Sometimes, their system sees something that I’m not embodying, and I try to discern if that’s the case — because that means more to explore and embody. But usually reactivity doesn’t point to that.
I also don’t expect anybody from the gender-nonconforming world to mirror me. My path has been exceptionally fertile, kind, and nurturing, and I’ve been fortunate enough to sidestep most of the trauma that tends to come with it.
I haven’t been on the receiving end of violence or death threats or discrimination. I can just show up as a long haired white man. Often, that’s all I authentically feel called to do. Challenge mode off.
— -Part 3: Desire, Embodiment, Future — -
That also comes with lots of privilege. Which I’m learning to wield.
Not out of any sense of obligation to any political movement (I don’t give my agency to anyone, and I hold especially strong energetic boundaries with anyone who tries to weaponize shame to induce my compliance), but out of my own desire to live in a world in which people are fucking awake enough to meet each other in curiosity and love and allowance instead of the combative petty bullshit that so much of our species is caught up in.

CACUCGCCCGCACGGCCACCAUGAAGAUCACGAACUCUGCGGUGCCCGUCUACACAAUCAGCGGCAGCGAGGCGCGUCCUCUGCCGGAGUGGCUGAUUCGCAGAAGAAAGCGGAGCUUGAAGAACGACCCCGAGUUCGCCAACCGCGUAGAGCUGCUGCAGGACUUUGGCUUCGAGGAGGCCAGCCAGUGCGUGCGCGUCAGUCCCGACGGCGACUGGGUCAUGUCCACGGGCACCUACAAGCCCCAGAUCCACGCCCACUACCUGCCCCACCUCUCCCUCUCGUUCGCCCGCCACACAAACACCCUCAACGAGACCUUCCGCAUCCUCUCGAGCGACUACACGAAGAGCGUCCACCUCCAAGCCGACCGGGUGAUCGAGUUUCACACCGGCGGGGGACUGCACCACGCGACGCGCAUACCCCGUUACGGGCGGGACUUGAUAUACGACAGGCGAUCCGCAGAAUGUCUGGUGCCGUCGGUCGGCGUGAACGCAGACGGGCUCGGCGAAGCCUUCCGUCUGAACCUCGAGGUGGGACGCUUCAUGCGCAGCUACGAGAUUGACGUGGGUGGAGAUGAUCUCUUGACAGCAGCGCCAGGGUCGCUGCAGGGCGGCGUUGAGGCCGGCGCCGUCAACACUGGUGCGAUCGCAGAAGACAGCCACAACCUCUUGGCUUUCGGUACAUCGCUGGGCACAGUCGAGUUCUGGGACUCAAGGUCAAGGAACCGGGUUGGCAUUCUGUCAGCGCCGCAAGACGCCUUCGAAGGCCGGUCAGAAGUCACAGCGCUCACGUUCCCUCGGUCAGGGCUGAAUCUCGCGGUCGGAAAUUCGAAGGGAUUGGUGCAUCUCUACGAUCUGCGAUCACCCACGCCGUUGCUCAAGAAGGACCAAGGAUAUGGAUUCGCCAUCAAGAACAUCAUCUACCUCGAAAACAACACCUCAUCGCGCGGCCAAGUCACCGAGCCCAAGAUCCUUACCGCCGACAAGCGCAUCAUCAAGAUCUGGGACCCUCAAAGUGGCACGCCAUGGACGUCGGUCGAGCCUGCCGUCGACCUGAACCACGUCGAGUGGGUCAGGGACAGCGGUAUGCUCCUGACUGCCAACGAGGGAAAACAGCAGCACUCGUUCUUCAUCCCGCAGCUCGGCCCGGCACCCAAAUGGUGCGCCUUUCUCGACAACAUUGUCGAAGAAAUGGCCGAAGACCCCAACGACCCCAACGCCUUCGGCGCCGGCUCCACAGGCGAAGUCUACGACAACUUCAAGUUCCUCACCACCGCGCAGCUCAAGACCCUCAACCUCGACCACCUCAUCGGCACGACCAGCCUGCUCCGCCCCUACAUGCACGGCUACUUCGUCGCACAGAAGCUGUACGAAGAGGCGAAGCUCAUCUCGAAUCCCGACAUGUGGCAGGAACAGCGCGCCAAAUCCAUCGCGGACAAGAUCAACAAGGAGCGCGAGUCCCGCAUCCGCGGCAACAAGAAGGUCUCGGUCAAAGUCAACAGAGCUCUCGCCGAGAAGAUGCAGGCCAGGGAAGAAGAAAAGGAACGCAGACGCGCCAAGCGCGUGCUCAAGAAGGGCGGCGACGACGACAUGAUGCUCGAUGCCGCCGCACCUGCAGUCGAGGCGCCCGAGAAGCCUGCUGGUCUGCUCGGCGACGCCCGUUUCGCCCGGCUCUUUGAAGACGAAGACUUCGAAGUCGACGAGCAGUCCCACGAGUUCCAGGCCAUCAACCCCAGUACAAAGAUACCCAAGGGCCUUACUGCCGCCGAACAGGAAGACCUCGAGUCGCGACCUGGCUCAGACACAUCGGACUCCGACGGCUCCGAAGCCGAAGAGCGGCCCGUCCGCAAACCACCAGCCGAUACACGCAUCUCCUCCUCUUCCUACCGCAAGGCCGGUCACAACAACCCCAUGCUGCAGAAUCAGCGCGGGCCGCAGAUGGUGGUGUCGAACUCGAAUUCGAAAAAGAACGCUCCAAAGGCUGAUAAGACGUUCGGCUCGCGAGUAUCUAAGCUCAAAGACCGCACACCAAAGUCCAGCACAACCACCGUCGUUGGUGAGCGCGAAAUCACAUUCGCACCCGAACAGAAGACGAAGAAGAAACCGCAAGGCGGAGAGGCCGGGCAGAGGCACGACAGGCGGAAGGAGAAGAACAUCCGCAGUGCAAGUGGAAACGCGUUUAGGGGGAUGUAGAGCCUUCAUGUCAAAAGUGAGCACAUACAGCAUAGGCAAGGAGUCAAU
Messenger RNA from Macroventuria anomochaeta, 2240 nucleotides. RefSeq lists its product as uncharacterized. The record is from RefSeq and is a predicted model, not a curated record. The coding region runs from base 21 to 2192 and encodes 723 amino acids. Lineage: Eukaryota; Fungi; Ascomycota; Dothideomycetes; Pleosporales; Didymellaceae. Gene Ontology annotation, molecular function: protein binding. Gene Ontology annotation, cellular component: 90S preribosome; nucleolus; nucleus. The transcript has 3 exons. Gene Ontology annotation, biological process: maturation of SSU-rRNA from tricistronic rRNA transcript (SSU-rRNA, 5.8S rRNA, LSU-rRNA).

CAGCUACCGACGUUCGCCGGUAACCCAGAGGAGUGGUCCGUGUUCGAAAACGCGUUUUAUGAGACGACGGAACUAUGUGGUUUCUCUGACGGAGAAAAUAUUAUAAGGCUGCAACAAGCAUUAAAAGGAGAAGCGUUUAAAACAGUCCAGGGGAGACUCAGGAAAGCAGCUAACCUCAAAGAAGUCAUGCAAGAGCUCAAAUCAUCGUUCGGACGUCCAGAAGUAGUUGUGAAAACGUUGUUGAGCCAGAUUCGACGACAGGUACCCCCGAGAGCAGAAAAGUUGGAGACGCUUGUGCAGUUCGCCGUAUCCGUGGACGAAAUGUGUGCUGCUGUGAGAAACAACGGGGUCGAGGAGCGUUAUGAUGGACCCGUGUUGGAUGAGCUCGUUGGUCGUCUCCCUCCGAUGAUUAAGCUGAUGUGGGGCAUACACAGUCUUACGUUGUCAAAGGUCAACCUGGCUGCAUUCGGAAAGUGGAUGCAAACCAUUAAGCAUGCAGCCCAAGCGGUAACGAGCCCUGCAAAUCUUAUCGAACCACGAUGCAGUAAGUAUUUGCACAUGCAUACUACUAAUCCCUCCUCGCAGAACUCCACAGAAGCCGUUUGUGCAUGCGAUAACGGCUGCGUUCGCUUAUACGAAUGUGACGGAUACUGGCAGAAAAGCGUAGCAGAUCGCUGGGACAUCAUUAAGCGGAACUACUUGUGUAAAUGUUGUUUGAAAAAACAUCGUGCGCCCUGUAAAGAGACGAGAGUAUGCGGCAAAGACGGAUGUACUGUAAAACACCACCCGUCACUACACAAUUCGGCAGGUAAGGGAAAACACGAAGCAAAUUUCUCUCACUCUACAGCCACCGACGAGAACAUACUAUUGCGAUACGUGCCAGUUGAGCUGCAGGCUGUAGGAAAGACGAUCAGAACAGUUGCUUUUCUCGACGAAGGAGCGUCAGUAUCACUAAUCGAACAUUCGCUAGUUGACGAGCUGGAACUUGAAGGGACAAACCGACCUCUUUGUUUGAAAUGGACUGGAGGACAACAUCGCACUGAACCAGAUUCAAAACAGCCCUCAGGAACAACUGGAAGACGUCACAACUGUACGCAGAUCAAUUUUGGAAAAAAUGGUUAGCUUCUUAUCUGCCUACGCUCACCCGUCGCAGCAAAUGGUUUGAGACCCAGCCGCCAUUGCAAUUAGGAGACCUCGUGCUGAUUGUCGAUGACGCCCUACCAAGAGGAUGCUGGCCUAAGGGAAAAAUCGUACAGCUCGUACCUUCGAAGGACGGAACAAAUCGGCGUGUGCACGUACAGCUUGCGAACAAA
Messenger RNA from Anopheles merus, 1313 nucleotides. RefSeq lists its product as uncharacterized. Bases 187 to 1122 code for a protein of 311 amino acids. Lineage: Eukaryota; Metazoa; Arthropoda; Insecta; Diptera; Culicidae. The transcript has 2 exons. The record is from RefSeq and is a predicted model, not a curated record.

I enjoy embodying permission. I love creating permission through example and presence. I’m happiest when everyone around me is free as fuck and knows it.
And I’m perpetually interested in exploring and awakening and reclaiming our powers as fluid, infinite, living beings. In healing our traumas and participating in the world from a place of strength instead of wounding.
I don’t give a shit about what it looks or sounds like or what words we use, as long as those words and sounds are coming from a place of love and truth.
As I’m exploring what to do next professionally, I’m also asking myself what I feel called to do.
I’m getting a lot of answers at the same time. One of them is to help people wake up and explore.
Support them in their parallels of the journey that I went through. Look at where their maps might be folded. Share experiences that might help them bypass months of guesswork.
Give them directions and journeys and integration to explore, and love, and reflect what my intuition sees in them wanting to come alive.
And then let them explore it for themselves. It’s their journey.
I’m not attached to any form of it. I’m not attached to it being primary income. I’m not attached to doing it at all. And I’m enjoying just sharing as I am.
But, the possibilities are interesting.
Everything is mutable. Everything has a life of its’ own. Everything is emergent.
And that’s how I like it.
* ”It” in the spirit of “sovereign cluster of stardust holonically formed into cells shaped as a human”, or “being that I don’t know how to make sense of”, or “cloud of motion and effect that involves a humanoid” — interpretations of being that get more expansive than just a human body.